Collection management

If you have the opportunity to be involved with the ordering of new stock for your library, make sure you have titles in your collection that are LGBTI inclusive. You don’t need to set aside any specific funding, but try and introduce LGBTI titles as a matter of course. This includes adult, Young Adult (YA), and junior areas. It is also possible to do this with serials, and if funding allows, take out a subscription to a LGBTI magazine from your country. If disclosure of your sexuality in your workplace is problematic, it is still possible to order LGBTI-related stock. Try ordering items such as Laurie R. King’s Kate Martinelli books, which is a series of detective stories where the central character just happens to be a lesbian (2012). By doing this, you are providing your users with content which is directly relevant to them, as well as showing the people who visit you library that it is a safe space where everyone is welcome.

Story Time and Children’s Programs

Why not have inclusive Story Time? Try including some LGBTI friendly picture books every once in a while. Many parents will thank you for explaining to their kids why their Uncle Frank and Uncle Bill live together. Not to mention the fact that LGBTI parents will be thrilled, and will quite possibly spread the word within your local community that your Story Time is awesome. This can be done as part of a larger program, such as Pride celebrations, or as part of you general children’s services. Librarians and teachers must be aware however, of potential for public controversy that may arise as a result. The children’s picture book, And Tango Makes Three (Richardson & Parnell, 2005) was the fourth most banned book of the decade in the United States, according the American Library Association (2012). Yet caving to censorship is not the answer, and would likely result in more attention being draw to the topic if censorship does occur, as happened when a Western Australian public library book appeared with warning label attached (Dorrington, 2011). Silence and non-involvement is also not possible, as continued silence and avoidance of the topic only becomes more and more noticeable as time passes, as proved when the soap opera As the World Turns went 211 days between gay kisses, despite the characters in question being in a steady relationship (Ayers, 2008). Inclusive children’s programs, should they weather the controversy storm, have the potential to become a hugely positive influence in the lives of your users, and that is a reward greater than anything.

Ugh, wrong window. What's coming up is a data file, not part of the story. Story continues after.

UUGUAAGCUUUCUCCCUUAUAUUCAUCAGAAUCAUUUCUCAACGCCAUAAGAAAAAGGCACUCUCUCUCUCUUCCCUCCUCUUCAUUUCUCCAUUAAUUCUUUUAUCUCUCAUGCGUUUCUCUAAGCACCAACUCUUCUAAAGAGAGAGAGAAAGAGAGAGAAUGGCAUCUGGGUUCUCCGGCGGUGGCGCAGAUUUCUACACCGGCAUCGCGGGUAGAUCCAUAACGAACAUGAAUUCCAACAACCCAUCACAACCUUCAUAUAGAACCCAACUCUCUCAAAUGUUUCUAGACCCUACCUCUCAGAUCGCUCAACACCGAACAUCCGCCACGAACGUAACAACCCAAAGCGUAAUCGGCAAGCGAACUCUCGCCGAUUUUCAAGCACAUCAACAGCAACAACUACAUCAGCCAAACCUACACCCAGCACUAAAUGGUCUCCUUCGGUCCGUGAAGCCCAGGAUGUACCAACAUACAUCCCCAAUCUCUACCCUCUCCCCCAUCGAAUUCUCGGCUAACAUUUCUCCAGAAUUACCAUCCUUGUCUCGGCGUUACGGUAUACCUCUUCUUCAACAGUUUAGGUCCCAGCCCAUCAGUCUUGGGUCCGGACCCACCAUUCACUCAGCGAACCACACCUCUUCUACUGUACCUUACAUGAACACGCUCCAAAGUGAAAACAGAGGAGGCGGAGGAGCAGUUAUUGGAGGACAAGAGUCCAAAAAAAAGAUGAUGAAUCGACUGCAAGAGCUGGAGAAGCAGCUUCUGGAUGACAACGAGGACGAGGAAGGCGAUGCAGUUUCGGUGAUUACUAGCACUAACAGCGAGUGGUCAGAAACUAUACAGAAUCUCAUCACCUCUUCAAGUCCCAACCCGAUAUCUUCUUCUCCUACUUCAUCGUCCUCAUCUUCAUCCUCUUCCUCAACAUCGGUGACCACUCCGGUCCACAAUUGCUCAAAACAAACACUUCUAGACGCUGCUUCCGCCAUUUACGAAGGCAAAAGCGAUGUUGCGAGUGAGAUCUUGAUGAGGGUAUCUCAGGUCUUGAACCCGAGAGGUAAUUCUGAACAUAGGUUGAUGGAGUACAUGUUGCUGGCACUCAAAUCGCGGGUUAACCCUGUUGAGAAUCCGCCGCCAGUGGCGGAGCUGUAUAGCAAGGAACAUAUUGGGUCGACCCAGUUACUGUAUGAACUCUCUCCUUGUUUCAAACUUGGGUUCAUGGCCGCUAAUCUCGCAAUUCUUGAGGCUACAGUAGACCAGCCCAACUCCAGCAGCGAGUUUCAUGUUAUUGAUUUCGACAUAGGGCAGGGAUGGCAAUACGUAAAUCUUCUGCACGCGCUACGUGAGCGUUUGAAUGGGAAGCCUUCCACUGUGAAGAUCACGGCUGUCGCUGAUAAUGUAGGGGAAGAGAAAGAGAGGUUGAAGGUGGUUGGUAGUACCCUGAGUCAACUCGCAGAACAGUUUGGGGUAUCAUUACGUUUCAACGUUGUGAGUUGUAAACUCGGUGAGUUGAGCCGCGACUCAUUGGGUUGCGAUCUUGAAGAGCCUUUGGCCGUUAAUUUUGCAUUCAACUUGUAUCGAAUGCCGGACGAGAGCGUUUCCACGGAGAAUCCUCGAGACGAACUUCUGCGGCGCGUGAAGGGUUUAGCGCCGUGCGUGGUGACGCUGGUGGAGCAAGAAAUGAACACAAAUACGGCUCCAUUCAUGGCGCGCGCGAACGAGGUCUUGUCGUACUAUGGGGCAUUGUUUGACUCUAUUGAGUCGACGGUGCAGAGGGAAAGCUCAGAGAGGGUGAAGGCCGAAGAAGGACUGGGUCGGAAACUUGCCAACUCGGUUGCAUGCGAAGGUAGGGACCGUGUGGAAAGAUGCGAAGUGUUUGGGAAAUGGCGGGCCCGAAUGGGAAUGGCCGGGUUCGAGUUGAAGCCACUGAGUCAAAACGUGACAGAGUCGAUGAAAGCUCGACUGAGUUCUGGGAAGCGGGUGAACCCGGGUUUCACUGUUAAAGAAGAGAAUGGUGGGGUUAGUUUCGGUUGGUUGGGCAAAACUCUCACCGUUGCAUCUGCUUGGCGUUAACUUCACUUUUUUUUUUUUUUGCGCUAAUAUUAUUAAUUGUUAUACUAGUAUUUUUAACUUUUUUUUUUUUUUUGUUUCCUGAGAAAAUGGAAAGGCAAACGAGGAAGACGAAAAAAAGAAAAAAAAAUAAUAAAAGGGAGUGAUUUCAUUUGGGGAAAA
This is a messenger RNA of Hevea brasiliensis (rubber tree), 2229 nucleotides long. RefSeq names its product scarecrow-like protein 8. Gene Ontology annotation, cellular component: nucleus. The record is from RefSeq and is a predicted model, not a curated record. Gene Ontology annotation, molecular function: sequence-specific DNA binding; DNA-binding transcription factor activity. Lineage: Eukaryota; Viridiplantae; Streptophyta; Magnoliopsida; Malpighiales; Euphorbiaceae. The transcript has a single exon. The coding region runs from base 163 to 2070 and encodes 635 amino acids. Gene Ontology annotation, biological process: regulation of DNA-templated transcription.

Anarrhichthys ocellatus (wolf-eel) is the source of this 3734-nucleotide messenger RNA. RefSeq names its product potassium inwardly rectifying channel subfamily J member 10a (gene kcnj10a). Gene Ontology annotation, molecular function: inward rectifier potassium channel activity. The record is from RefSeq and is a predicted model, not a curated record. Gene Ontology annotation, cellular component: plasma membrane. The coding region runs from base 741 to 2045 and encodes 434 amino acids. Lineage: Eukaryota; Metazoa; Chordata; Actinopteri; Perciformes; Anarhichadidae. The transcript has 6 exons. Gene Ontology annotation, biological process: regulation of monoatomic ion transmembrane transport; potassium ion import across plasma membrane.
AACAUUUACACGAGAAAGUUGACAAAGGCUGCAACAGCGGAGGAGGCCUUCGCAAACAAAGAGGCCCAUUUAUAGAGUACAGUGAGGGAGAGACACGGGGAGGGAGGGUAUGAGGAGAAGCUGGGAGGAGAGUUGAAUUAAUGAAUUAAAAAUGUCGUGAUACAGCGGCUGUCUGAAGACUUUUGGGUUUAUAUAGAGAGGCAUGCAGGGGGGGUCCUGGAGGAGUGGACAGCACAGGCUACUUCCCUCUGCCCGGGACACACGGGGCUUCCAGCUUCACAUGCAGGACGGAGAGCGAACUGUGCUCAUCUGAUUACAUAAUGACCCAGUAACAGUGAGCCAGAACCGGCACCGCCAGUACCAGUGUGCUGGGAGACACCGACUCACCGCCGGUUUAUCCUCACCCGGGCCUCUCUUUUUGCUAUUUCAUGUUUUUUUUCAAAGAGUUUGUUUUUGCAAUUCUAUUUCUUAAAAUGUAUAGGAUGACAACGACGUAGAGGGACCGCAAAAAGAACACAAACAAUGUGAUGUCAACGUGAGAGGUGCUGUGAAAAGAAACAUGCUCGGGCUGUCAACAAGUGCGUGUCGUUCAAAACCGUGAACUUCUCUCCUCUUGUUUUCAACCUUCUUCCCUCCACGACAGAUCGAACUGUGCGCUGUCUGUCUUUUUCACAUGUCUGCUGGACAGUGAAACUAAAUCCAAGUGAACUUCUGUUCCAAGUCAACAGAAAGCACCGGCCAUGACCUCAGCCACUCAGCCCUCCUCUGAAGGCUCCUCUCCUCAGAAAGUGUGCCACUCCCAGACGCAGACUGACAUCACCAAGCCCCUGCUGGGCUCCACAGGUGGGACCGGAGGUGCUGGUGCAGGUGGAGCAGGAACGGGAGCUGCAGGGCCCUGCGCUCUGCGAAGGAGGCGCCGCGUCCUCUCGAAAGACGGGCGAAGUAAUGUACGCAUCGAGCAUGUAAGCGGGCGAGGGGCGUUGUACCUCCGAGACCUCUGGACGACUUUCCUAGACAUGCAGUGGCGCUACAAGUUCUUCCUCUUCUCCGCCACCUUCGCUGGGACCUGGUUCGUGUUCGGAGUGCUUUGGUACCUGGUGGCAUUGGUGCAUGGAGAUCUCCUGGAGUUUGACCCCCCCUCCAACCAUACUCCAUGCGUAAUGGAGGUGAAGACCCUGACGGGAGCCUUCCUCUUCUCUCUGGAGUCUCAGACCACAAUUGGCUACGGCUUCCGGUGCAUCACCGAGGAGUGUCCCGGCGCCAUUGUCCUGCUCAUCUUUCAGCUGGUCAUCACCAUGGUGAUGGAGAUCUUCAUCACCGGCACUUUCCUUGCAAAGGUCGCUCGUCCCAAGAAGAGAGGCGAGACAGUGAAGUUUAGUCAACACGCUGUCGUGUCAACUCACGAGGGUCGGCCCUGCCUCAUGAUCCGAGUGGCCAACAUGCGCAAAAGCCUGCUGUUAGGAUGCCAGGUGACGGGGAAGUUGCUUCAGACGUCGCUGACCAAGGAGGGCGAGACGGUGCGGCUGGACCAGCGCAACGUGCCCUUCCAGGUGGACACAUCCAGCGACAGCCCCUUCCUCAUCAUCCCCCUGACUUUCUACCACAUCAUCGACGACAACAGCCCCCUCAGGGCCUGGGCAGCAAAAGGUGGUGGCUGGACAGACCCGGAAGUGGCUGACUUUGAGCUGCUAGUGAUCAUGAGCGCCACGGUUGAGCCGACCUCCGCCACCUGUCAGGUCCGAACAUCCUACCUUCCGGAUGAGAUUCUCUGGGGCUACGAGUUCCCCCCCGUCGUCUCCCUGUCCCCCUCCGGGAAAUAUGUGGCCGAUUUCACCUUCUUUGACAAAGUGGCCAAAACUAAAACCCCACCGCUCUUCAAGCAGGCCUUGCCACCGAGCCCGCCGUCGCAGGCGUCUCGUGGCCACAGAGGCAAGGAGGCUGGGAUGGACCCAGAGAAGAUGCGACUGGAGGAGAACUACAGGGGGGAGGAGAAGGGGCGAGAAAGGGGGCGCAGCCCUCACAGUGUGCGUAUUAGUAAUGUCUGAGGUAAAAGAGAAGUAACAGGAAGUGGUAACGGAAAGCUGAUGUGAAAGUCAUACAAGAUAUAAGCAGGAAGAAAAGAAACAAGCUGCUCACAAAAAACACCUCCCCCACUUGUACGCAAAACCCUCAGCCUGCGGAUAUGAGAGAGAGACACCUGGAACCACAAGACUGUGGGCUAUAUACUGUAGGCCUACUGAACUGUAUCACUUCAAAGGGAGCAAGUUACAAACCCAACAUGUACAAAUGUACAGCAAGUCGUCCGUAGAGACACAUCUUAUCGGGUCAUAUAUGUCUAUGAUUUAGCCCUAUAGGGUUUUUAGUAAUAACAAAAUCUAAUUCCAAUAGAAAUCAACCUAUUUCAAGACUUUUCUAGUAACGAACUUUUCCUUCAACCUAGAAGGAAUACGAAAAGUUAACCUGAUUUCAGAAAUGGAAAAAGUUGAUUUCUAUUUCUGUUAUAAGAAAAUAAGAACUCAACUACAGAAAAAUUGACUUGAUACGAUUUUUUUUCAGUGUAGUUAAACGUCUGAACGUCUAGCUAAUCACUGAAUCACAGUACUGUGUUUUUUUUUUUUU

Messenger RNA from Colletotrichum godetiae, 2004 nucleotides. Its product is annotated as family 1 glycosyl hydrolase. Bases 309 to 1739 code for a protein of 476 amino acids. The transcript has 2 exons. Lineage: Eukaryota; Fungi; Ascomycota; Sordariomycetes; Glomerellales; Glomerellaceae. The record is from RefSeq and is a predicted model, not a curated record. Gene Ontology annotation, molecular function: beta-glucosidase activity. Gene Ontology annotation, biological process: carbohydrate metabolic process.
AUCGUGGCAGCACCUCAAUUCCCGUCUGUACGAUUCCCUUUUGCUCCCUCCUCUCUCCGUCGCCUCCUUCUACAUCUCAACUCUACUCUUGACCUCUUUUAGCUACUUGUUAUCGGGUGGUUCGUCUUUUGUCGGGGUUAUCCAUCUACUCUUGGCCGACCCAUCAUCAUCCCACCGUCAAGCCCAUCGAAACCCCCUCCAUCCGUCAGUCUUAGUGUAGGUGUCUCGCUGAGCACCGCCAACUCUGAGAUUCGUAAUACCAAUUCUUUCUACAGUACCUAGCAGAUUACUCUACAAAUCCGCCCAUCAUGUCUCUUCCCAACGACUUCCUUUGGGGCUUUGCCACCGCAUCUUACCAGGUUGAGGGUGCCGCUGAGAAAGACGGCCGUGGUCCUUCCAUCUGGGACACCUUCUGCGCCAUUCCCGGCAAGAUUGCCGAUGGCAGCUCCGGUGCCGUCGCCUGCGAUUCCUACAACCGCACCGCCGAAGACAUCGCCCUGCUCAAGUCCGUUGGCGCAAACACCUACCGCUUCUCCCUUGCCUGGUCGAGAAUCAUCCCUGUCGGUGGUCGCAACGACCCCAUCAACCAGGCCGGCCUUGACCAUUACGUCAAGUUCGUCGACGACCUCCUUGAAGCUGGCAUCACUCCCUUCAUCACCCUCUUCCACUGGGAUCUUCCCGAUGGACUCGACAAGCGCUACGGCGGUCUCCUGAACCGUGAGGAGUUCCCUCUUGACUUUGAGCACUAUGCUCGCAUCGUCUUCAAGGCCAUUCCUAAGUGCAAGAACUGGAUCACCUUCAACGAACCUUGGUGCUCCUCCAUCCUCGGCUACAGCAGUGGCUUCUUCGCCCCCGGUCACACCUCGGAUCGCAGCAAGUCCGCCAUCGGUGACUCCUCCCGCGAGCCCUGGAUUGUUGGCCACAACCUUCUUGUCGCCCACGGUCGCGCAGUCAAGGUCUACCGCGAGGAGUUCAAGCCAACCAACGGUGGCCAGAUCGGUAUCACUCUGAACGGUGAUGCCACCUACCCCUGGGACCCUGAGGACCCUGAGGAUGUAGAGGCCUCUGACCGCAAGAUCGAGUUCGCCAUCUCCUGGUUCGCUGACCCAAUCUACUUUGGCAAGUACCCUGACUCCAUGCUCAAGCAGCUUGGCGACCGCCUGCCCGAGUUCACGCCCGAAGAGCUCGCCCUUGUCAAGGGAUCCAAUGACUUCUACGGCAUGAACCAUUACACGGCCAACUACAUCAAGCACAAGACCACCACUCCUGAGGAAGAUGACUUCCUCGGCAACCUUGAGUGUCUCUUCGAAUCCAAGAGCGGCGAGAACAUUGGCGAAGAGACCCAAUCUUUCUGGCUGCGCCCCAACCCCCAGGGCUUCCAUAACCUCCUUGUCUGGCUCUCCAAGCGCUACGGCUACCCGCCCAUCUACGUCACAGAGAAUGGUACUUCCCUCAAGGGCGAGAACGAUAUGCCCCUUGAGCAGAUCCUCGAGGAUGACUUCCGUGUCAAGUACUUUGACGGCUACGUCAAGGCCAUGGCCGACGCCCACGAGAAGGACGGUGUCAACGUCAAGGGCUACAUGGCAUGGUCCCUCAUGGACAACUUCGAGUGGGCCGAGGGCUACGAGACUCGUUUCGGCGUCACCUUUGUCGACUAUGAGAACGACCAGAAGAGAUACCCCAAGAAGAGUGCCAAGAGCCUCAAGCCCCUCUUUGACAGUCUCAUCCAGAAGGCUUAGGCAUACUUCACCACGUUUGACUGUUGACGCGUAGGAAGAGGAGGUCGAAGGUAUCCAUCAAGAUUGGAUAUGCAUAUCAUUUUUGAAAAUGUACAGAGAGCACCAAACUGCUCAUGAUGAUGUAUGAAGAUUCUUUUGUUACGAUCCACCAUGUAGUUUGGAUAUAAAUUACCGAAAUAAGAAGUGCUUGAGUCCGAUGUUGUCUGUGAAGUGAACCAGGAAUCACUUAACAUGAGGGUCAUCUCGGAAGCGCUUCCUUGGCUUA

Posters

Most public libraries have a number of posters decorating the walls, usually themed around reading, as well as local current events. Make sure you have some that are inclusive of DSG. In Western Australia, The Freedom Centre (a drop-in centre for youth with DSG) prints some fantastic posters which state “This is a safe space in which everyone is welcomed and respected”, superimposed over a rainbow (Wright, 2011). This is ideal for a school library, as it informs students that the library is a no-bullying zone, as well as assuring DSG that they are not invisible, and they have just as much right to protection as their peers. Others, such as Victoria’s Rainbow Network, take a humorous approach within a football context (2010). Perfect for your Young Adult section.